All descending spinal tracts, other than the cortocospinal, arise from nuclear masses in the brain stem. Three descending tracts arise from the midbrain. These are the tectospinal, interstitiospinal and rubospinal.
Cross references: Medial Motor Column
Pyramidal tracts (Wiki)
The corticospinal tract conducts impulses from the brain to the spinal cord. It... is made up of two separate tracts in the spinal cord: the lateral corticospinal tract and the anterior corticospinal tract. "
"The corticospinal tract is concerned specifically with discrete voluntary skilled movements, such as precise movement of the fingers and toes."
"The signals cross in the medulla oblongata, this process is also known as decussation."
"The corticobulbar tract carries information to motor neurons of the cranial nerve nuclei, rather than the spinal cord."
"The corticospinal tract originates from pyramidal cells in layer V of the cerebral cortex. About half of its fibers arise from the primary motor cortex. Other contributions come from the supplementary motor area, premotor cortex, somatosensory cortex, parietal lobe, and cingulate gyrus. The average fiber diameter is in the region of 10μm; around 3% of fibres are extra-large (20μm) and arise from Betz cells, mostly in the leg area of the primary motor cortex."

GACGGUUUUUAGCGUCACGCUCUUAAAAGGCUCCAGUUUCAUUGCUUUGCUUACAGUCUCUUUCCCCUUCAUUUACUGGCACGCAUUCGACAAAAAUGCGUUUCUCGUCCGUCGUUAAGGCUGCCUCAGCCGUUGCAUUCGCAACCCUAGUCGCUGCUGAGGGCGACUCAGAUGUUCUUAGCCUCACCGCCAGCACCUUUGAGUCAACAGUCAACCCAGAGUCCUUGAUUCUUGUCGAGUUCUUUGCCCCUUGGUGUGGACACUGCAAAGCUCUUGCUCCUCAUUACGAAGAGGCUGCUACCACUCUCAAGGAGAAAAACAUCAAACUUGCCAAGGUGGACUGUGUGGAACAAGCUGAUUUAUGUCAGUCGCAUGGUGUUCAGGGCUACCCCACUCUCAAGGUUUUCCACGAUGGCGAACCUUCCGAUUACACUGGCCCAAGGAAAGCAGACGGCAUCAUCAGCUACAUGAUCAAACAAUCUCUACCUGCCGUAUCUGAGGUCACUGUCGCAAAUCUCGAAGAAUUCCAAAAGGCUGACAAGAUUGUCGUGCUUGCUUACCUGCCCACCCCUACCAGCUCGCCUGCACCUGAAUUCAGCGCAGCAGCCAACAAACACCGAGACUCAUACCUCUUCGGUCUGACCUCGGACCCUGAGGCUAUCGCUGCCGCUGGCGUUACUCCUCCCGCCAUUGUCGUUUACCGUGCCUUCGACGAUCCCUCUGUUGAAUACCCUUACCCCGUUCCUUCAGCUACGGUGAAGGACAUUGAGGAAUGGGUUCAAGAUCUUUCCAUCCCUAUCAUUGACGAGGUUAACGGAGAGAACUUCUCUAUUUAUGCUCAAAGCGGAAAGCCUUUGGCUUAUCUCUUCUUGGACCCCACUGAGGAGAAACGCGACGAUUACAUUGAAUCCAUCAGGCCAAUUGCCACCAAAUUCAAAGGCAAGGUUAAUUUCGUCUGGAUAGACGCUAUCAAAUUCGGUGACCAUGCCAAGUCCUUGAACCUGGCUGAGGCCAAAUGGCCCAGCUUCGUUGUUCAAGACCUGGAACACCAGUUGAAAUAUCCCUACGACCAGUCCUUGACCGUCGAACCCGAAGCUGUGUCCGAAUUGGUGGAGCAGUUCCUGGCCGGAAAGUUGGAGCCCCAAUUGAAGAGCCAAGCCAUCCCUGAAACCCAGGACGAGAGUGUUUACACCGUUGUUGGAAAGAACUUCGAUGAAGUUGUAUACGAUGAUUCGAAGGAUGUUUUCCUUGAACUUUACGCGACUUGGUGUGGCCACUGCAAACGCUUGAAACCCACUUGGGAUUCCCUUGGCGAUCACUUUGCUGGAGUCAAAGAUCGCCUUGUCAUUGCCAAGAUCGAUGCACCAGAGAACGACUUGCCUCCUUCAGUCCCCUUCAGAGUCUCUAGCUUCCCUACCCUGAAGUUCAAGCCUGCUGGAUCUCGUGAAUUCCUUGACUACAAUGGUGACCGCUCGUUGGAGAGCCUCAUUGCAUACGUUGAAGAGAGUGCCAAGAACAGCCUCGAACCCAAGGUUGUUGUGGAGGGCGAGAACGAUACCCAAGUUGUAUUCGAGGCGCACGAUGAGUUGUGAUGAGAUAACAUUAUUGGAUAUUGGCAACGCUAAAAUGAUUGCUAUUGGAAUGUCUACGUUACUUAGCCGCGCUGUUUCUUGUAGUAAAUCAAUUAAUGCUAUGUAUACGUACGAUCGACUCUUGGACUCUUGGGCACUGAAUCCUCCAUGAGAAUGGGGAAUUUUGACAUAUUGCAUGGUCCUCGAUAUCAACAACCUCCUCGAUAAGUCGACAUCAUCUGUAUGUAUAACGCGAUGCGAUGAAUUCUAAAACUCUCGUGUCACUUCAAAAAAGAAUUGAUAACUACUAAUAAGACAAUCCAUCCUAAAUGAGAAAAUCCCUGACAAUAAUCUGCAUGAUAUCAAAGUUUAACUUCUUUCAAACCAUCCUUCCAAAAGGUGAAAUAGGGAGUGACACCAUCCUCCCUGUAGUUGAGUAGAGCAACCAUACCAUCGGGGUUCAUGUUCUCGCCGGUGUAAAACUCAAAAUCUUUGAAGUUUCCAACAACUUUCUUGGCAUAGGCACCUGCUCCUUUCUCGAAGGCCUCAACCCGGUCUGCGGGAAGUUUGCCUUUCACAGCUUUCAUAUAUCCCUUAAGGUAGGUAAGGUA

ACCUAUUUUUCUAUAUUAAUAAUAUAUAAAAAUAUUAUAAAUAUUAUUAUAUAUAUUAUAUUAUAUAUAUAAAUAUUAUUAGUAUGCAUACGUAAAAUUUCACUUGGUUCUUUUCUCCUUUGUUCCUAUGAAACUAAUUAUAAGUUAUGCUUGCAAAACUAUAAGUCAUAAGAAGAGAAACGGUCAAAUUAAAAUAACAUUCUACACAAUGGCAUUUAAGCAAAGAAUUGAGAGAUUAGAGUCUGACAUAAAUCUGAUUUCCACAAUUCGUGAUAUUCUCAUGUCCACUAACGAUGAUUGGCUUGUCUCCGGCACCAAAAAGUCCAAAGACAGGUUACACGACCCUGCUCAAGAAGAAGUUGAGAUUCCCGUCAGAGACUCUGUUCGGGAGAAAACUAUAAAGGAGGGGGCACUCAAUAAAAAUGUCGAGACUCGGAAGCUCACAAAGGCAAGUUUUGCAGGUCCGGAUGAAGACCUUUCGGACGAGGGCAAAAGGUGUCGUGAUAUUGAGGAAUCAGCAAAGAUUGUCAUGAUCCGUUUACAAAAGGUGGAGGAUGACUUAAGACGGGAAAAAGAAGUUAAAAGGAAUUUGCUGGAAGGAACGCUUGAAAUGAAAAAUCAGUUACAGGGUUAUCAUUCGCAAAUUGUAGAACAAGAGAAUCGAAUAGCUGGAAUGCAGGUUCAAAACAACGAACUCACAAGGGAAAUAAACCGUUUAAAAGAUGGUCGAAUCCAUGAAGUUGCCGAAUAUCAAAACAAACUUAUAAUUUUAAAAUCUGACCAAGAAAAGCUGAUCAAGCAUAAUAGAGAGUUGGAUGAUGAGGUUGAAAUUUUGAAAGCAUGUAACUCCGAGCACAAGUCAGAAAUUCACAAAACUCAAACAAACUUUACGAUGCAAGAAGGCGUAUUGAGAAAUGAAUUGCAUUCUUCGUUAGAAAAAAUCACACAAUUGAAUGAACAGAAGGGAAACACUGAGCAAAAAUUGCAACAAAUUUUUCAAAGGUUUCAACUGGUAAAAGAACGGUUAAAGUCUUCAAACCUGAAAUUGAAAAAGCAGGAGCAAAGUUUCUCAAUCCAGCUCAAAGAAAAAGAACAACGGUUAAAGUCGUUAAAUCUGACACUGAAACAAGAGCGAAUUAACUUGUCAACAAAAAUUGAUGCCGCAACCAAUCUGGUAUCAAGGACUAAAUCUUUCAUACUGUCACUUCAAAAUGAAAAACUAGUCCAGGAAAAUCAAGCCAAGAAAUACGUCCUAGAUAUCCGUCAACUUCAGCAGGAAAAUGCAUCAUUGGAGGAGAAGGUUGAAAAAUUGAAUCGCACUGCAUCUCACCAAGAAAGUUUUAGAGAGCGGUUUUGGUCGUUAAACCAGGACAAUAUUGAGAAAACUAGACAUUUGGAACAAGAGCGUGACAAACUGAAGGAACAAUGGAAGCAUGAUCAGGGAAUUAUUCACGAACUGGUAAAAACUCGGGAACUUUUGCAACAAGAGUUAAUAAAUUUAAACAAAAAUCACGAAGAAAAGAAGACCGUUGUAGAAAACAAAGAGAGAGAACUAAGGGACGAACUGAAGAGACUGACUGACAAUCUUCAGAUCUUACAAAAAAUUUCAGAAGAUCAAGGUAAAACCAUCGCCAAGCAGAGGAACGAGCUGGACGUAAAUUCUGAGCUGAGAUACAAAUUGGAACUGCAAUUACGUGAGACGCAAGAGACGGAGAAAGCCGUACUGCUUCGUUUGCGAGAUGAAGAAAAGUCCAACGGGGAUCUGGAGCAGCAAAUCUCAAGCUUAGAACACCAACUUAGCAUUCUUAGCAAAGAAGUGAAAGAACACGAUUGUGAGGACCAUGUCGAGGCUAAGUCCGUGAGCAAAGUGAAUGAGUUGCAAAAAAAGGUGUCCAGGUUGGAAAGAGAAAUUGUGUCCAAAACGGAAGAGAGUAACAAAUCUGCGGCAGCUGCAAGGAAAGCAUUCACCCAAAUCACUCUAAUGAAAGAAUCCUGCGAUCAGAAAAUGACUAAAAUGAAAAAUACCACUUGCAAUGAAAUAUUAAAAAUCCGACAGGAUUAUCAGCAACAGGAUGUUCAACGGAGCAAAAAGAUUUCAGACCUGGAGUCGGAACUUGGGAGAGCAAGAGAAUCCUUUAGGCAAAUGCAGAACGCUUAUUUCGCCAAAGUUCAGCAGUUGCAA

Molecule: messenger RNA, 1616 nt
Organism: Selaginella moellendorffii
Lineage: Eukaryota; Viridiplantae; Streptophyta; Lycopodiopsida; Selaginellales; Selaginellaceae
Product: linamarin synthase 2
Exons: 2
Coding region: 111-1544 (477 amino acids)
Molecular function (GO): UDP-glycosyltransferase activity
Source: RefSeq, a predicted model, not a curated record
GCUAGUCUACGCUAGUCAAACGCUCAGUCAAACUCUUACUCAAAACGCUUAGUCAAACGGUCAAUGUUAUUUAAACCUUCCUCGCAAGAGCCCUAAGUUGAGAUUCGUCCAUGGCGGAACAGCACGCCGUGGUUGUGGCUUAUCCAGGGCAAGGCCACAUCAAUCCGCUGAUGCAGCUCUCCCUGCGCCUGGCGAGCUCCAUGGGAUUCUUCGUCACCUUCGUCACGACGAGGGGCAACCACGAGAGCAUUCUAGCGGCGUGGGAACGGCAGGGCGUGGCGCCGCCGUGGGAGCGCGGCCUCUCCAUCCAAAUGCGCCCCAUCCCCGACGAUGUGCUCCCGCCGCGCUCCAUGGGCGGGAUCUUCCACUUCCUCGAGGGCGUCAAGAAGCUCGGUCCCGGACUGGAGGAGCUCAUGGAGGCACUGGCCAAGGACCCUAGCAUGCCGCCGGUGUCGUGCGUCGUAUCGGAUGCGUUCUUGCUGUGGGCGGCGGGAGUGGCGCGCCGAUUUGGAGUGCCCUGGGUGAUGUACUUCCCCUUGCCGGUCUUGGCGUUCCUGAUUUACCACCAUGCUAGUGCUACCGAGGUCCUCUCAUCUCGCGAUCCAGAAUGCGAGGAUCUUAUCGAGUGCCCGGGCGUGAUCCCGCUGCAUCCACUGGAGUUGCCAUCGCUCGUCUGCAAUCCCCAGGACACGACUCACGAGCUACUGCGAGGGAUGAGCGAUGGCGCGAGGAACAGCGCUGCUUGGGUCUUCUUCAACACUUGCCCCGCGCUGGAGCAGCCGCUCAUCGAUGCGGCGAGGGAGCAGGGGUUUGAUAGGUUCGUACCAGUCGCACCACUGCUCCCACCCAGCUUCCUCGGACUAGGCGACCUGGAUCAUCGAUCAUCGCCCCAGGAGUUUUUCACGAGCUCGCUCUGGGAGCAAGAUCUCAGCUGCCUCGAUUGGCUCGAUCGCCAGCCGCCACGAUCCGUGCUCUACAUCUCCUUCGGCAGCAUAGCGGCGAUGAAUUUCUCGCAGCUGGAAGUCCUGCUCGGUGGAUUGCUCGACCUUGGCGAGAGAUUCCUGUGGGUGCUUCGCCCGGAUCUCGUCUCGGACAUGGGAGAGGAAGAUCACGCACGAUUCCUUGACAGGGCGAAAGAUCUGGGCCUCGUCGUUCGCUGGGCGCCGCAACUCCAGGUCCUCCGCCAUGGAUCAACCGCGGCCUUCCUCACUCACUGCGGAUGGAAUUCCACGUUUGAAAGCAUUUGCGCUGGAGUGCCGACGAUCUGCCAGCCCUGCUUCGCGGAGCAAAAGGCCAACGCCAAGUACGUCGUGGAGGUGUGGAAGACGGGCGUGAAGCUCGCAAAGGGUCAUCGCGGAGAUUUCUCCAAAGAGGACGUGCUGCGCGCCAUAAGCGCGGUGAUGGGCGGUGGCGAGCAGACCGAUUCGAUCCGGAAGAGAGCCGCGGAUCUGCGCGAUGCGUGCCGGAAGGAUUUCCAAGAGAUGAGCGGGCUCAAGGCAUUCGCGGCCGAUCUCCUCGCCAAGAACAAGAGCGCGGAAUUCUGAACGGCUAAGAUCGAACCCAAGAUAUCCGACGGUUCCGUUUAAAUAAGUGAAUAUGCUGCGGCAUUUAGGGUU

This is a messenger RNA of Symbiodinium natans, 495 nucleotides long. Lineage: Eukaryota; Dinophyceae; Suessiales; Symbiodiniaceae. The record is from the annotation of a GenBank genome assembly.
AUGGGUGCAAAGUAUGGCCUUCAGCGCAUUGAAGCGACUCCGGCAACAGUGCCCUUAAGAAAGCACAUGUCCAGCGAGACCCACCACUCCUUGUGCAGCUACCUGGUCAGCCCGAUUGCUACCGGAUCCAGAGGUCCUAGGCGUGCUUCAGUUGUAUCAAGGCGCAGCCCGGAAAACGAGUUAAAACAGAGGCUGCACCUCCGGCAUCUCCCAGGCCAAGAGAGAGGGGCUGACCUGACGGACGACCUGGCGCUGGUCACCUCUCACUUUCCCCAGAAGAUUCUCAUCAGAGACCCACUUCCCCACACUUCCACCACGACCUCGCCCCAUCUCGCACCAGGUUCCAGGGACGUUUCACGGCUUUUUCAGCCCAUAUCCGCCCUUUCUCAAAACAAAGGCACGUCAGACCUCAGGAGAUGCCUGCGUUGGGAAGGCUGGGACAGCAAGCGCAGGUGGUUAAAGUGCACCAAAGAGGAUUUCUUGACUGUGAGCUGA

Locomotor role of the corticoreticular-reticulospinal-spinal interneuronal system.
"In vertebrates, the descending reticulospinal pathway is the primary means of conveying locomotor command signals from higher motor centers to spinal interneuronal circuits, the latter including the central pattern generators for locomotion.
The pathway is morphologically heterogeneous, being composed of various types of inparallel-descending axons, which terminate with different arborization patterns in the spinal cord. Such morphology suggests that this pathway and its target spinal interneurons comprise varying types of functional subunits, which have a wide variety of functional roles, as dictated by command signals from the higher motor centers.
Corticoreticular fibers are one of the major output pathways from the motor cortex to the brainstem. They project widely and diffusely within the pontomedullary reticular formation. Such a diffuse projection pattern seems well suited to combining and integrating the function of the various types of reticulospinal neurons, which are widely scattered throughout the pontomedullary reticular formation. The corticoreticular-reticulospinal-spinal interneuronal connections appear to operate as a cohesive, yet flexible, control system for the elaboration of a wide variety of movements, including those that combine goal-directed locomotion with other motor actions."